The Apostles’ Creed
Have you heard this song?
We’ve been singing this song at my church lately. It’s a very powerful song. It’s powerful because it’s based on the Apostles’ Creed.
- I believe in God, the Father almighty,
creator of heaven and earth.
- I believe in Jesus Christ, God’s only Son, our Lord,
who was conceived by the Holy Spirit,
born of the Virgin Mary,
suffered under Pontius Pilate,
was crucified, died, and was buried;
he descended into hell.
On the third day he rose again;
he ascended into heaven,
he is seated at the right hand of the Father,
and he will come to judge the living and the dead.
- I believe in the Holy Spirit,
the holy catholic Church,
the communion of saints,
the forgiveness of sins,
the resurrection of the body,
and the life everlasting. Amen.
If you read through the Apostles’ Creed, you should agree with everything in it no matter what denomination or theological background you come from. This is the boiled down basics of Christianity.
Since it wasn’t written in english to begin with, there’s a lot of translations of the Apostles’ Creed. Wikipedia has a lot of the translations and it’s pretty interesting to read through them all.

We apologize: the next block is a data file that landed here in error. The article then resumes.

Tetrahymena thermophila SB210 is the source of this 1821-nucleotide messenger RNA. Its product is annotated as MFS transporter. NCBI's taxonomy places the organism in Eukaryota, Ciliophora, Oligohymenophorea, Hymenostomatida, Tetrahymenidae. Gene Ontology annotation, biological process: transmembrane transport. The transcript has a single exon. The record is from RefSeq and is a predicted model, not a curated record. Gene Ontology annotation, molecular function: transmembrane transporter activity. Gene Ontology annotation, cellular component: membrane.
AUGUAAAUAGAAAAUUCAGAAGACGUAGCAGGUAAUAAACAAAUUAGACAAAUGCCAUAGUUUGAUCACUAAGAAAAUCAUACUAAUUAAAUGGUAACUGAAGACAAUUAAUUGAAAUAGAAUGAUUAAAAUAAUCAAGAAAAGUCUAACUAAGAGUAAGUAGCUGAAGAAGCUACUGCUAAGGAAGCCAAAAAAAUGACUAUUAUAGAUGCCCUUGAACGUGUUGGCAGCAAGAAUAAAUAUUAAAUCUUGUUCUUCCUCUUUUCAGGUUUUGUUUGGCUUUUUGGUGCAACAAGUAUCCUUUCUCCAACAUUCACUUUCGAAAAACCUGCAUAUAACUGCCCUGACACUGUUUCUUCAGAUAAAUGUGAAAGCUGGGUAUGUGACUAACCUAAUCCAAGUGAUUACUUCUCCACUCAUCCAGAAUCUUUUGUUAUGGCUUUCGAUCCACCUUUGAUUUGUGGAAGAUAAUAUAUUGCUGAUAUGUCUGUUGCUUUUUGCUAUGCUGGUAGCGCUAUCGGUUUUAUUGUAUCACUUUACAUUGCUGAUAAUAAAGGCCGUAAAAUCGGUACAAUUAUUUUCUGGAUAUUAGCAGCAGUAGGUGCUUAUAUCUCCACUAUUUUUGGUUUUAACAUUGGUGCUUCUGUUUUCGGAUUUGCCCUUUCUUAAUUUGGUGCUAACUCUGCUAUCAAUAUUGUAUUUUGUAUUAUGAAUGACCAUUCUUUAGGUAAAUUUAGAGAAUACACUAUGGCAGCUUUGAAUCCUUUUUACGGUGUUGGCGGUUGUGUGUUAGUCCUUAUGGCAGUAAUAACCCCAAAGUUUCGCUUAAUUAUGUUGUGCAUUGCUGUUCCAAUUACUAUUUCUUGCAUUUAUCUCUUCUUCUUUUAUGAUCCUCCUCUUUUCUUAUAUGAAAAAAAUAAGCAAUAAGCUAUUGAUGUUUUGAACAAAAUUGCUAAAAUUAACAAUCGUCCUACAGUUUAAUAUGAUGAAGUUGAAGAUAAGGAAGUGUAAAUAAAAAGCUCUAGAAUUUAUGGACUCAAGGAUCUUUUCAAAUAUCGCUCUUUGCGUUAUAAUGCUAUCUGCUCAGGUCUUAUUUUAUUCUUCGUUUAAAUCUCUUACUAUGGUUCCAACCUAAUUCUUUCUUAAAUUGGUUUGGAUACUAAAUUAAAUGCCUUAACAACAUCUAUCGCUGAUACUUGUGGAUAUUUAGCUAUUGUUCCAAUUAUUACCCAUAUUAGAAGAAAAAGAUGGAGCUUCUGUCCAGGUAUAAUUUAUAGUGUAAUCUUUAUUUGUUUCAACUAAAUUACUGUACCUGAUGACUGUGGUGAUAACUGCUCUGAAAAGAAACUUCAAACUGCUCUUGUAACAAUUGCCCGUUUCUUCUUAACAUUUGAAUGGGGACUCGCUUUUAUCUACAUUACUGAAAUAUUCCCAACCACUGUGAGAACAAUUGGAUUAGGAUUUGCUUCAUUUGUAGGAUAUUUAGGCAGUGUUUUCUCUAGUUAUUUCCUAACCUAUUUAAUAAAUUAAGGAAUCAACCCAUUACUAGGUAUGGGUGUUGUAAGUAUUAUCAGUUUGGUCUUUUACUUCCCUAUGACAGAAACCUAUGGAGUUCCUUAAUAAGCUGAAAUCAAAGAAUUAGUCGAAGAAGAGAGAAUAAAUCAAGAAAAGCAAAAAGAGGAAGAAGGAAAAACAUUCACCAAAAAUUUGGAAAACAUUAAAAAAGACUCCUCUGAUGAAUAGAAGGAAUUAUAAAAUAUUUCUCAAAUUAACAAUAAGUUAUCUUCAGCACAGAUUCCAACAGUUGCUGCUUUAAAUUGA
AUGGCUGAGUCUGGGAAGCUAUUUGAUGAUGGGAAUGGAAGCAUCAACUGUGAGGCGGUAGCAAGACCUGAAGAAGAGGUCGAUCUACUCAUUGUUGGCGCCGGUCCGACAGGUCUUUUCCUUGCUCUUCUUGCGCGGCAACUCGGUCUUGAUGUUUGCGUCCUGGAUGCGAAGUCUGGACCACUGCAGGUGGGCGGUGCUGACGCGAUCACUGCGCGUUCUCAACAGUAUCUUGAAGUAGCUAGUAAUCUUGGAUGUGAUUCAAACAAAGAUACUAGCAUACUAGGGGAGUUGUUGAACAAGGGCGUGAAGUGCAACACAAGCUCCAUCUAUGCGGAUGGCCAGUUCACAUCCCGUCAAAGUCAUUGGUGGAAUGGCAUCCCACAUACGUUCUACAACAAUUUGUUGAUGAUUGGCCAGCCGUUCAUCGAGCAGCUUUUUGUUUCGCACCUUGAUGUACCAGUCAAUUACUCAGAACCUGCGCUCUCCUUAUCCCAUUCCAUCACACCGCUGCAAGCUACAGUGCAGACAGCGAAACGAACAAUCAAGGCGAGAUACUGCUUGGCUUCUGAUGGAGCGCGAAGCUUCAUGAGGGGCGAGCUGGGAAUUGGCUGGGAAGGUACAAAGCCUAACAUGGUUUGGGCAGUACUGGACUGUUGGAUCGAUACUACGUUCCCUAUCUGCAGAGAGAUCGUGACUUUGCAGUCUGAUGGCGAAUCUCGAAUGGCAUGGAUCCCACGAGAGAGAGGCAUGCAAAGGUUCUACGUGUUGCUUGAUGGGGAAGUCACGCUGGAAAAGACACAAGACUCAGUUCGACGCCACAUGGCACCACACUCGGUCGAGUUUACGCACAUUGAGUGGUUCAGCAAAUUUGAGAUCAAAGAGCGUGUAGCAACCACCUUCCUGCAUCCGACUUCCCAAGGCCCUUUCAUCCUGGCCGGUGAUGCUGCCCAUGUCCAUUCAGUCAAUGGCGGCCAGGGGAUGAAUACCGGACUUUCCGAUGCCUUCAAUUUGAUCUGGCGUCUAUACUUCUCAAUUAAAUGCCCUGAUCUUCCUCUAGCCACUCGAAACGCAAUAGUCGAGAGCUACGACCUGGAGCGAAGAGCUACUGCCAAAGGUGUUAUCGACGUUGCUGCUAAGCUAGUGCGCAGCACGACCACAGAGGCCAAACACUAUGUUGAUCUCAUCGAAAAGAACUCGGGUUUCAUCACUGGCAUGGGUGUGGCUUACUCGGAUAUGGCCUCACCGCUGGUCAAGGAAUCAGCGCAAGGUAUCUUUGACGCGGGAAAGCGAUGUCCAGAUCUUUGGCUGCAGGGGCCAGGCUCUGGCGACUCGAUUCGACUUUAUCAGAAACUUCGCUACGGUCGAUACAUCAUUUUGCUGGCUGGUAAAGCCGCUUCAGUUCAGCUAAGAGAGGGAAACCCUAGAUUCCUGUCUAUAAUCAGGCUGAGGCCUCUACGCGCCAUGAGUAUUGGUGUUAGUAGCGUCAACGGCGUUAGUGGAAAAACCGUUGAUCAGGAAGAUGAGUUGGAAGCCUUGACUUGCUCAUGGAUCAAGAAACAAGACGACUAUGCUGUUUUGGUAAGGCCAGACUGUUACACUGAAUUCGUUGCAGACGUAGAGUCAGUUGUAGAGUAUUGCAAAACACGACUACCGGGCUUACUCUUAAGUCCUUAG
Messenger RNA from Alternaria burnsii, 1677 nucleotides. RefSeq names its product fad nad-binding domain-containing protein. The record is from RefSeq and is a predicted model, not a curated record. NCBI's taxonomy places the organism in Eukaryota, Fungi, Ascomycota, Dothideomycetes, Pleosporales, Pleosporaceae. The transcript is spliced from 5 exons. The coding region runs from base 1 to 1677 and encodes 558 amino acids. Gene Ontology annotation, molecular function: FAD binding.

The Apostles’ Creed has been used in the church for centuries, but it has been used less and less in modern churches. Catholics and some other denominations still use it on a regular basis, but it isn’t used often at all in most of the church. This might be because of a notion we tend to get that we know better than people in the past. This isn’t true. We shouldn’t constantly be reinventing the faith. We should build on what others have already laid down for us. It’s a shame to think that so many Christians can’t tell you what the basics of Christianity are, when there’s a creed that they could easily memorize that explains the whole thing.
I for one have decided that I’m going to memorize the Apostles’ Creed. Not because it’s my ticket into heaven or a way to be better than everyone else, but a way to honor those Christians who have gone before me and to make sure that the basic tenants of my faith are treasured deep inside me.
I think that it would be a good idea to start researching and reading what our Christian forefathers have already done. Is it better to start building from scratch or to build on top of what two thousand years worth of smart people have already built?